Category: AmCham News
Norway is a small and open economy dependent upon foreign direct investments. How can Norwegian companies promote their strengths to enhance attractiveness internationally? How can companies ensure that they are noticed by potential partners or larger firms? And how can Norwegian companies attract the talent and competencies required to compete internationally?
Having focused upon sound policies to attract businesses to Norway in our 2018-19 Membership Guide, AmCham sat down with M&A experts at Thunderbird School of Global Management and talent management specialist Mercer to explore how companies can grow and strengthen through mergers, collaboration and acquisitions.
“At Thunderbird, we believe small and/or entrepreneurial firms need the three P’s to be noticed by larger firms or potential partners: Presentation, Prediction and People. Charts and graphs, though, aren’t enough to attract a larger firm or potential acquirer.”
“While we may have a powerful presentation with solid predictions of our growth and value, investors and partners always look at a start-up or small firm’s people.”
“Thus, what kinds of talent you have – from the most junior to the most senior – is critical. In fact, many potential partners will often thoroughly review the biographies of a firm’s leaders long before reviewing financial projections.”
“Acquirers invest in a firm’s people – so how you train, develop, and lead your people is a critical component of success in the entrepreneurial space,” Thunderbird’s M&A specialists Henry Zinglersen and Paul W. Thaurman explain.
Per Myklestu, CEO of Mercer Norway, agrees and argues that, based on those facts, Norwegian companies are already at forefront of attracting international investments.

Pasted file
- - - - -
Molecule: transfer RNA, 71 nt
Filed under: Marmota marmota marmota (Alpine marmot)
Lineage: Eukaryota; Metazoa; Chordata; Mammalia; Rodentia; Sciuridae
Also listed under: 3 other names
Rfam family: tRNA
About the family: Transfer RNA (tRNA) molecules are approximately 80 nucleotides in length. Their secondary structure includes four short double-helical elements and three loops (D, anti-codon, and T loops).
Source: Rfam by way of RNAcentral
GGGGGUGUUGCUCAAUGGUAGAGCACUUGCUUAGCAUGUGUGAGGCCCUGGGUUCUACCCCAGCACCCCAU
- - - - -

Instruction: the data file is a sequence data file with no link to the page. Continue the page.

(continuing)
“Globally, Norway is associated with a high-cost of living. Although correct, when looking at how Norwegian companies compensate their employees, we experience that the higher you go within a company’s hierarchy, the cheaper the employee, compared to international wage structures. Hence, executives, leaders and highly educated employees are comparatively less expensive in Norway.
“Consequently, this means that high-competence industries and companies have substantially better terms in Norway, which should be a motivating factor for large companies looking to expand their portfolios,” Myklestu explains.
While competent employees are a key component to generating growth, Myklestu believes that the structural model of the Norwegian company is a genuine advantage to stimulating innovation, collaboration and development.
“In the Nordics, and particularly in Norway, the flat company structure helps the development of new ideas. The road to the top is shorter, which means that it is easier for employees to get their ideas heard.”
“Additionally, it is customary for Norwegian employees to have significant freedom and responsibility, where the employer creates an environment enabling their employees to grow and develop. This further promotes innovative ideas, and we have seen several examples of niche companies taking an established idea and existing skills into a new market,” he says.